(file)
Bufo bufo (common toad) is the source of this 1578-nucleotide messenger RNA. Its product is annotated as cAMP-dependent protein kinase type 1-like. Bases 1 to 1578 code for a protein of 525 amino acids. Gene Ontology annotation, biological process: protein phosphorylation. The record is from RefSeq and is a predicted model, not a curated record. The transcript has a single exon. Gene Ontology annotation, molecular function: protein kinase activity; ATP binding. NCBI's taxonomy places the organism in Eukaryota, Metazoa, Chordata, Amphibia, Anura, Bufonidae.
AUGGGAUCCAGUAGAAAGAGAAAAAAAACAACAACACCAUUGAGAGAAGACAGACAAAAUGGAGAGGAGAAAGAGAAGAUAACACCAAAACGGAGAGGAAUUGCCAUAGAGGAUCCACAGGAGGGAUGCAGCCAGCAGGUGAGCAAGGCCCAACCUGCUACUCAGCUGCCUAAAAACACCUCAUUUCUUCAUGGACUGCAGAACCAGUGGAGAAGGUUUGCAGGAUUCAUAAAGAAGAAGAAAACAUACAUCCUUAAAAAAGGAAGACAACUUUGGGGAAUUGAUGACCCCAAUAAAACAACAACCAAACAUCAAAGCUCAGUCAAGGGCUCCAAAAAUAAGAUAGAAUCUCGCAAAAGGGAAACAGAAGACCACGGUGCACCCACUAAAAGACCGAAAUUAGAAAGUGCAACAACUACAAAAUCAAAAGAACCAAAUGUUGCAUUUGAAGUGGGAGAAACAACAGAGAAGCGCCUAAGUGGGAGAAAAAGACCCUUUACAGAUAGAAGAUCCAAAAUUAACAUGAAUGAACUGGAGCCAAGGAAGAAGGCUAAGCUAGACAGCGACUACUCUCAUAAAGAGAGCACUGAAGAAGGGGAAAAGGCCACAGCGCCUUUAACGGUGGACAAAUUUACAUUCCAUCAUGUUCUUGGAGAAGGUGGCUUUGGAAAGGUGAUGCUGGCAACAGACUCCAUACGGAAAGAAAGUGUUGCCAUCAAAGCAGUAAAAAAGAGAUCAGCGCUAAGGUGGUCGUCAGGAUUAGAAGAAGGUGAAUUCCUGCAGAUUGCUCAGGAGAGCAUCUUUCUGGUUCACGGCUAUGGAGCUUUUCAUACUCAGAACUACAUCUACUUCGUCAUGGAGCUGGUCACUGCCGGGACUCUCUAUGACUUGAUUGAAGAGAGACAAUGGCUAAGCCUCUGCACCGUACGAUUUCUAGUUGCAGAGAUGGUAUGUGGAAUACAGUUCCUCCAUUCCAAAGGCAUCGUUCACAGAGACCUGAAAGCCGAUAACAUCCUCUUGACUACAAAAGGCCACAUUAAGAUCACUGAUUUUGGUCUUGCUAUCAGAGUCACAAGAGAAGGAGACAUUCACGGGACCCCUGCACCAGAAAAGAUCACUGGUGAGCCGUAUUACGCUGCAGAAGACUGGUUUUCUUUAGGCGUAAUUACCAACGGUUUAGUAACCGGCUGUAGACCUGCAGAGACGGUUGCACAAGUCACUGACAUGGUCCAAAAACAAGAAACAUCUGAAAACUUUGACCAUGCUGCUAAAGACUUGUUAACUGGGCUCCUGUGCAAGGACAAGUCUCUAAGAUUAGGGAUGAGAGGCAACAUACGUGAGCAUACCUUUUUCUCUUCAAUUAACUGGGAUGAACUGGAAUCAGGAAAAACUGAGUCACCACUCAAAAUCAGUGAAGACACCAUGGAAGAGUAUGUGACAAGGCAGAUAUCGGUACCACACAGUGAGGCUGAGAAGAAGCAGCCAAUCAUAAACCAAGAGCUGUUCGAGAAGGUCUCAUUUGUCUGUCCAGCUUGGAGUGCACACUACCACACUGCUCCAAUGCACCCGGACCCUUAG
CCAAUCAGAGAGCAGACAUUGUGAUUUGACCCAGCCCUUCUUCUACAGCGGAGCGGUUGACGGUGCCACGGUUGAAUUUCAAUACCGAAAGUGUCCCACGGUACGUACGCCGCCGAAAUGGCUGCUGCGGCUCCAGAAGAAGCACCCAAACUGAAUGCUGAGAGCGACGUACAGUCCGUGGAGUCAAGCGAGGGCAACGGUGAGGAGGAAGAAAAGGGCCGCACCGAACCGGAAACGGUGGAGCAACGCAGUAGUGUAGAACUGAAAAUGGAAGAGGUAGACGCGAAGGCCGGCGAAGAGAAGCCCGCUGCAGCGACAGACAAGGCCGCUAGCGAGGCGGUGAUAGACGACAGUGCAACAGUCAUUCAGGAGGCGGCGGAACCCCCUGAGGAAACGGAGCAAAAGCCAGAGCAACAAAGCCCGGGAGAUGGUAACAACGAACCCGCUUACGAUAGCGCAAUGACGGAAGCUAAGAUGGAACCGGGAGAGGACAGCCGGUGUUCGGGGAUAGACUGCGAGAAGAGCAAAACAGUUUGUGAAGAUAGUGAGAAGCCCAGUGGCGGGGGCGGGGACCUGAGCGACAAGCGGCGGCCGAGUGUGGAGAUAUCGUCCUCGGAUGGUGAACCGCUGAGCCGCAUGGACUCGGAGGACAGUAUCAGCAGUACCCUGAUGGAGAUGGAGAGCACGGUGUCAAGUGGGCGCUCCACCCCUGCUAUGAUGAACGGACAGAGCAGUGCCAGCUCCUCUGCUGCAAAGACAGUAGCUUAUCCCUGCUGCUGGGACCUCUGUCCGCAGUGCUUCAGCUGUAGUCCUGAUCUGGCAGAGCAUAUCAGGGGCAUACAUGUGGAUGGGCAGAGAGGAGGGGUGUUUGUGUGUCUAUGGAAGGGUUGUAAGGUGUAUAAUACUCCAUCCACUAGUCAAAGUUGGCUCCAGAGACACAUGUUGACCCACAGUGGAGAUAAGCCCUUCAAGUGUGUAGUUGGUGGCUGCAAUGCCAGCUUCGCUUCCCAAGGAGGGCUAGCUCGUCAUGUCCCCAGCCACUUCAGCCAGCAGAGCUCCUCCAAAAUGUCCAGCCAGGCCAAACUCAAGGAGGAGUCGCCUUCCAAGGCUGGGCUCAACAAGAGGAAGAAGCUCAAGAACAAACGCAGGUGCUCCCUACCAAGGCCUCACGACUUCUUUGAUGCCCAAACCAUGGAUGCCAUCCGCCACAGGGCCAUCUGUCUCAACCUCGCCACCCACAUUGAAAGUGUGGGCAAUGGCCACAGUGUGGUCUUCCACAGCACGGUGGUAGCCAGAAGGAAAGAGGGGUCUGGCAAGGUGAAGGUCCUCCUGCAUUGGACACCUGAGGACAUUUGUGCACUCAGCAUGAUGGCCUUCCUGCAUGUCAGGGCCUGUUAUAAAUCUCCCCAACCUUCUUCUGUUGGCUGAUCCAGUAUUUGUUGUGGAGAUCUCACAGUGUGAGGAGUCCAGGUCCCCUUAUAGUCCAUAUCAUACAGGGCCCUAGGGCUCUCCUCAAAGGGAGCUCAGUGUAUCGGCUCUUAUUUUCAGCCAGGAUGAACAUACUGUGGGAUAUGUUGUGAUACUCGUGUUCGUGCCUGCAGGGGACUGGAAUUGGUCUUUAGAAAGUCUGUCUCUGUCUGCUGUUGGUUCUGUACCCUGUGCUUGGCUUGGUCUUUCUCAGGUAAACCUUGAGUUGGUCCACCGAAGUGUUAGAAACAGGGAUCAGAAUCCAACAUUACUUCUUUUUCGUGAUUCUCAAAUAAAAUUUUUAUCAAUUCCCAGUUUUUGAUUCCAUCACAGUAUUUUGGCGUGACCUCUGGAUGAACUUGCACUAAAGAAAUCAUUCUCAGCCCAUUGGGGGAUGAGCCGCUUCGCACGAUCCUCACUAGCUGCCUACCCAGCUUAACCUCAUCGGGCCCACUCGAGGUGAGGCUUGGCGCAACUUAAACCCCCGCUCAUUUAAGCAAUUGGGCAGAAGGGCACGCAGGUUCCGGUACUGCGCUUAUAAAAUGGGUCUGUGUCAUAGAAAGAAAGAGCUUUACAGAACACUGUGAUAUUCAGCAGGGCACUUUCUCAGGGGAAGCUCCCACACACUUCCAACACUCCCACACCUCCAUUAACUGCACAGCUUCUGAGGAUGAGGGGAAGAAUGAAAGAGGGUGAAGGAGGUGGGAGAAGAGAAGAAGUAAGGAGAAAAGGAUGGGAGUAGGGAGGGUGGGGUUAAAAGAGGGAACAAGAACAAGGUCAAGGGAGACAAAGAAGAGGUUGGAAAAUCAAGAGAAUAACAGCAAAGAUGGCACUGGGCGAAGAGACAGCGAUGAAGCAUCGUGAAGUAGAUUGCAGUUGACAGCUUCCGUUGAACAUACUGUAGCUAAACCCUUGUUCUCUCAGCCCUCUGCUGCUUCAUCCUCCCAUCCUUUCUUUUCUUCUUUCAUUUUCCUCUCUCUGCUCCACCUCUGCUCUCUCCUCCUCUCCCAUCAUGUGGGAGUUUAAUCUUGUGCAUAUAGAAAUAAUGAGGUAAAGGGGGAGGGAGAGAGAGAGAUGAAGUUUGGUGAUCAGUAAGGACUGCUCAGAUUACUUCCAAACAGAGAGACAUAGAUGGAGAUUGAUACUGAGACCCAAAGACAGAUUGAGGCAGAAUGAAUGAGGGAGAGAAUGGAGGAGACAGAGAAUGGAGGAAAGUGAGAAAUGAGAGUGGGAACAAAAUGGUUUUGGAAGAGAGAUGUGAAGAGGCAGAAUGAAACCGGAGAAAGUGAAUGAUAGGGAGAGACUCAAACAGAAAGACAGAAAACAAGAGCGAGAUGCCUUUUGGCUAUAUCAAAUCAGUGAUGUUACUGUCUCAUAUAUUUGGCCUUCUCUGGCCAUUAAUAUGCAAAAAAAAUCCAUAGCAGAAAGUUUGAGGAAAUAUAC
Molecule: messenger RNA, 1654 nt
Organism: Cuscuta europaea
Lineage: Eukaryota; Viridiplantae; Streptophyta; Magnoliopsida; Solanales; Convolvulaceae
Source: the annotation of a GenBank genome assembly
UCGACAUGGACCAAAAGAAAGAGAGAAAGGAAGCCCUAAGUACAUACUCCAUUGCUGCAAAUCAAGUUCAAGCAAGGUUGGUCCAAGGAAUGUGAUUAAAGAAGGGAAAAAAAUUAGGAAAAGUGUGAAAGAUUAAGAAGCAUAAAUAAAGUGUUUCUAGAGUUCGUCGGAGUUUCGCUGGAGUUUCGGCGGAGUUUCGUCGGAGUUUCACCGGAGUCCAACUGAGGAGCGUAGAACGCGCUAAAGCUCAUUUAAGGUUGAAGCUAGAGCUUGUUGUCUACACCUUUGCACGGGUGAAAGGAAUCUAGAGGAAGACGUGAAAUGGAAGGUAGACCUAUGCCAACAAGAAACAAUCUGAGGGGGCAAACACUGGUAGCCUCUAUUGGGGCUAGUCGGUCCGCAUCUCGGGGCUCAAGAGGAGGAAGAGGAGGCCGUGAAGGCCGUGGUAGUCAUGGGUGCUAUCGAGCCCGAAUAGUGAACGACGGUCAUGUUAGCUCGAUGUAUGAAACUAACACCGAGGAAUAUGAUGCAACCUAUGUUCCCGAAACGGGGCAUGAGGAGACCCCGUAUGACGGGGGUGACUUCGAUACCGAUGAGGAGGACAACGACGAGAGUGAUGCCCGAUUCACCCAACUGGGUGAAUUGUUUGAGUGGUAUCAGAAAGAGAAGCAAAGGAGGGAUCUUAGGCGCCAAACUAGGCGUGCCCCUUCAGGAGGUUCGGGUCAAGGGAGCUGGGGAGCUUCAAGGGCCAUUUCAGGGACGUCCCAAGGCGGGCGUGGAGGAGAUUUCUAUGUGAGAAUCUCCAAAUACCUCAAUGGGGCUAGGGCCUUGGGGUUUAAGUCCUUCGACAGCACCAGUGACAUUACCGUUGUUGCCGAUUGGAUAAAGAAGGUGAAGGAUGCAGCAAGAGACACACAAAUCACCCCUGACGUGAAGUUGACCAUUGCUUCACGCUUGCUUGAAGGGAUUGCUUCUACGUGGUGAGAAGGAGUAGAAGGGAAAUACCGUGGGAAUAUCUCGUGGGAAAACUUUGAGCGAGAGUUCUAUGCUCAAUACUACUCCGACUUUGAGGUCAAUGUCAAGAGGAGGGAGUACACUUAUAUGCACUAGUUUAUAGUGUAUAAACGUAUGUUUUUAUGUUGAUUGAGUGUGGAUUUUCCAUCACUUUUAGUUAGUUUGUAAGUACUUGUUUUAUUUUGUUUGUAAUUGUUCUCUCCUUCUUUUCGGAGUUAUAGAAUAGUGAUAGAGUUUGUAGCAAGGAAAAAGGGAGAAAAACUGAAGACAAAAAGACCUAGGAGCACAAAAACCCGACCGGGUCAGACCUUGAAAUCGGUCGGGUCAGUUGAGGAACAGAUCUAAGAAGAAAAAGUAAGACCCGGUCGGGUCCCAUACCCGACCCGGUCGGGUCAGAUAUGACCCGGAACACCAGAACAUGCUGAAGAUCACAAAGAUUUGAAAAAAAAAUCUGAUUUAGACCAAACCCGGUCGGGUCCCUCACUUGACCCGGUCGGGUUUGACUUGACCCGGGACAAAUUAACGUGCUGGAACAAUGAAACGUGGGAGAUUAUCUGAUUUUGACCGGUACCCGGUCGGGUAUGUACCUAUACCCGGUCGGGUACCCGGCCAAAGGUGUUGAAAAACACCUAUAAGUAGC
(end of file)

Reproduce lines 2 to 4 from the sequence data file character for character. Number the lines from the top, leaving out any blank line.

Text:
AUGGGAUCCAGUAGAAAGAGAAAAAAAACAACAACACCAUUGAGAGAAGACAGACAAAAUGGAGAGGAGAAAGAGAAGAUAACACCAAAACGGAGAGGAAUUGCCAUAGAGGAUCCACAGGAGGGAUGCAGCCAGCAGGUGAGCAAGGCCCAACCUGCUACUCAGCUGCCUAAAAACACCUCAUUUCUUCAUGGACUGCAGAACCAGUGGAGAAGGUUUGCAGGAUUCAUAAAGAAGAAGAAAACAUACAUCCUUAAAAAAGGAAGACAACUUUGGGGAAUUGAUGACCCCAAUAAAACAACAACCAAACAUCAAAGCUCAGUCAAGGGCUCCAAAAAUAAGAUAGAAUCUCGCAAAAGGGAAACAGAAGACCACGGUGCACCCACUAAAAGACCGAAAUUAGAAAGUGCAACAACUACAAAAUCAAAAGAACCAAAUGUUGCAUUUGAAGUGGGAGAAACAACAGAGAAGCGCCUAAGUGGGAGAAAAAGACCCUUUACAGAUAGAAGAUCCAAAAUUAACAUGAAUGAACUGGAGCCAAGGAAGAAGGCUAAGCUAGACAGCGACUACUCUCAUAAAGAGAGCACUGAAGAAGGGGAAAAGGCCACAGCGCCUUUAACGGUGGACAAAUUUACAUUCCAUCAUGUUCUUGGAGAAGGUGGCUUUGGAAAGGUGAUGCUGGCAACAGACUCCAUACGGAAAGAAAGUGUUGCCAUCAAAGCAGUAAAAAAGAGAUCAGCGCUAAGGUGGUCGUCAGGAUUAGAAGAAGGUGAAUUCCUGCAGAUUGCUCAGGAGAGCAUCUUUCUGGUUCACGGCUAUGGAGCUUUUCAUACUCAGAACUACAUCUACUUCGUCAUGGAGCUGGUCACUGCCGGGACUCUCUAUGACUUGAUUGAAGAGAGACAAUGGCUAAGCCUCUGCACCGUACGAUUUCUAGUUGCAGAGAUGGUAUGUGGAAUACAGUUCCUCCAUUCCAAAGGCAUCGUUCACAGAGACCUGAAAGCCGAUAACAUCCUCUUGACUACAAAAGGCCACAUUAAGAUCACUGAUUUUGGUCUUGCUAUCAGAGUCACAAGAGAAGGAGACAUUCACGGGACCCCUGCACCAGAAAAGAUCACUGGUGAGCCGUAUUACGCUGCAGAAGACUGGUUUUCUUUAGGCGUAAUUACCAACGGUUUAGUAACCGGCUGUAGACCUGCAGAGACGGUUGCACAAGUCACUGACAUGGUCCAAAAACAAGAAACAUCUGAAAACUUUGACCAUGCUGCUAAAGACUUGUUAACUGGGCUCCUGUGCAAGGACAAGUCUCUAAGAUUAGGGAUGAGAGGCAACAUACGUGAGCAUACCUUUUUCUCUUCAAUUAACUGGGAUGAACUGGAAUCAGGAAAAACUGAGUCACCACUCAAAAUCAGUGAAGACACCAUGGAAGAGUAUGUGACAAGGCAGAUAUCGGUACCACACAGUGAGGCUGAGAAGAAGCAGCCAAUCAUAAACCAAGAGCUGUUCGAGAAGGUCUCAUUUGUCUGUCCAGCUUGGAGUGCACACUACCACACUGCUCCAAUGCACCCGGACCCUUAG
CCAAUCAGAGAGCAGACAUUGUGAUUUGACCCAGCCCUUCUUCUACAGCGGAGCGGUUGACGGUGCCACGGUUGAAUUUCAAUACCGAAAGUGUCCCACGGUACGUACGCCGCCGAAAUGGCUGCUGCGGCUCCAGAAGAAGCACCCAAACUGAAUGCUGAGAGCGACGUACAGUCCGUGGAGUCAAGCGAGGGCAACGGUGAGGAGGAAGAAAAGGGCCGCACCGAACCGGAAACGGUGGAGCAACGCAGUAGUGUAGAACUGAAAAUGGAAGAGGUAGACGCGAAGGCCGGCGAAGAGAAGCCCGCUGCAGCGACAGACAAGGCCGCUAGCGAGGCGGUGAUAGACGACAGUGCAACAGUCAUUCAGGAGGCGGCGGAACCCCCUGAGGAAACGGAGCAAAAGCCAGAGCAACAAAGCCCGGGAGAUGGUAACAACGAACCCGCUUACGAUAGCGCAAUGACGGAAGCUAAGAUGGAACCGGGAGAGGACAGCCGGUGUUCGGGGAUAGACUGCGAGAAGAGCAAAACAGUUUGUGAAGAUAGUGAGAAGCCCAGUGGCGGGGGCGGGGACCUGAGCGACAAGCGGCGGCCGAGUGUGGAGAUAUCGUCCUCGGAUGGUGAACCGCUGAGCCGCAUGGACUCGGAGGACAGUAUCAGCAGUACCCUGAUGGAGAUGGAGAGCACGGUGUCAAGUGGGCGCUCCACCCCUGCUAUGAUGAACGGACAGAGCAGUGCCAGCUCCUCUGCUGCAAAGACAGUAGCUUAUCCCUGCUGCUGGGACCUCUGUCCGCAGUGCUUCAGCUGUAGUCCUGAUCUGGCAGAGCAUAUCAGGGGCAUACAUGUGGAUGGGCAGAGAGGAGGGGUGUUUGUGUGUCUAUGGAAGGGUUGUAAGGUGUAUAAUACUCCAUCCACUAGUCAAAGUUGGCUCCAGAGACACAUGUUGACCCACAGUGGAGAUAAGCCCUUCAAGUGUGUAGUUGGUGGCUGCAAUGCCAGCUUCGCUUCCCAAGGAGGGCUAGCUCGUCAUGUCCCCAGCCACUUCAGCCAGCAGAGCUCCUCCAAAAUGUCCAGCCAGGCCAAACUCAAGGAGGAGUCGCCUUCCAAGGCUGGGCUCAACAAGAGGAAGAAGCUCAAGAACAAACGCAGGUGCUCCCUACCAAGGCCUCACGACUUCUUUGAUGCCCAAACCAUGGAUGCCAUCCGCCACAGGGCCAUCUGUCUCAACCUCGCCACCCACAUUGAAAGUGUGGGCAAUGGCCACAGUGUGGUCUUCCACAGCACGGUGGUAGCCAGAAGGAAAGAGGGGUCUGGCAAGGUGAAGGUCCUCCUGCAUUGGACACCUGAGGACAUUUGUGCACUCAGCAUGAUGGCCUUCCUGCAUGUCAGGGCCUGUUAUAAAUCUCCCCAACCUUCUUCUGUUGGCUGAUCCAGUAUUUGUUGUGGAGAUCUCACAGUGUGAGGAGUCCAGGUCCCCUUAUAGUCCAUAUCAUACAGGGCCCUAGGGCUCUCCUCAAAGGGAGCUCAGUGUAUCGGCUCUUAUUUUCAGCCAGGAUGAACAUACUGUGGGAUAUGUUGUGAUACUCGUGUUCGUGCCUGCAGGGGACUGGAAUUGGUCUUUAGAAAGUCUGUCUCUGUCUGCUGUUGGUUCUGUACCCUGUGCUUGGCUUGGUCUUUCUCAGGUAAACCUUGAGUUGGUCCACCGAAGUGUUAGAAACAGGGAUCAGAAUCCAACAUUACUUCUUUUUCGUGAUUCUCAAAUAAAAUUUUUAUCAAUUCCCAGUUUUUGAUUCCAUCACAGUAUUUUGGCGUGACCUCUGGAUGAACUUGCACUAAAGAAAUCAUUCUCAGCCCAUUGGGGGAUGAGCCGCUUCGCACGAUCCUCACUAGCUGCCUACCCAGCUUAACCUCAUCGGGCCCACUCGAGGUGAGGCUUGGCGCAACUUAAACCCCCGCUCAUUUAAGCAAUUGGGCAGAAGGGCACGCAGGUUCCGGUACUGCGCUUAUAAAAUGGGUCUGUGUCAUAGAAAGAAAGAGCUUUACAGAACACUGUGAUAUUCAGCAGGGCACUUUCUCAGGGGAAGCUCCCACACACUUCCAACACUCCCACACCUCCAUUAACUGCACAGCUUCUGAGGAUGAGGGGAAGAAUGAAAGAGGGUGAAGGAGGUGGGAGAAGAGAAGAAGUAAGGAGAAAAGGAUGGGAGUAGGGAGGGUGGGGUUAAAAGAGGGAACAAGAACAAGGUCAAGGGAGACAAAGAAGAGGUUGGAAAAUCAAGAGAAUAACAGCAAAGAUGGCACUGGGCGAAGAGACAGCGAUGAAGCAUCGUGAAGUAGAUUGCAGUUGACAGCUUCCGUUGAACAUACUGUAGCUAAACCCUUGUUCUCUCAGCCCUCUGCUGCUUCAUCCUCCCAUCCUUUCUUUUCUUCUUUCAUUUUCCUCUCUCUGCUCCACCUCUGCUCUCUCCUCCUCUCCCAUCAUGUGGGAGUUUAAUCUUGUGCAUAUAGAAAUAAUGAGGUAAAGGGGGAGGGAGAGAGAGAGAUGAAGUUUGGUGAUCAGUAAGGACUGCUCAGAUUACUUCCAAACAGAGAGACAUAGAUGGAGAUUGAUACUGAGACCCAAAGACAGAUUGAGGCAGAAUGAAUGAGGGAGAGAAUGGAGGAGACAGAGAAUGGAGGAAAGUGAGAAAUGAGAGUGGGAACAAAAUGGUUUUGGAAGAGAGAUGUGAAGAGGCAGAAUGAAACCGGAGAAAGUGAAUGAUAGGGAGAGACUCAAACAGAAAGACAGAAAACAAGAGCGAGAUGCCUUUUGGCUAUAUCAAAUCAGUGAUGUUACUGUCUCAUAUAUUUGGCCUUCUCUGGCCAUUAAUAUGCAAAAAAAAUCCAUAGCAGAAAGUUUGAGGAAAUAUAC
Molecule: messenger RNA, 1654 nt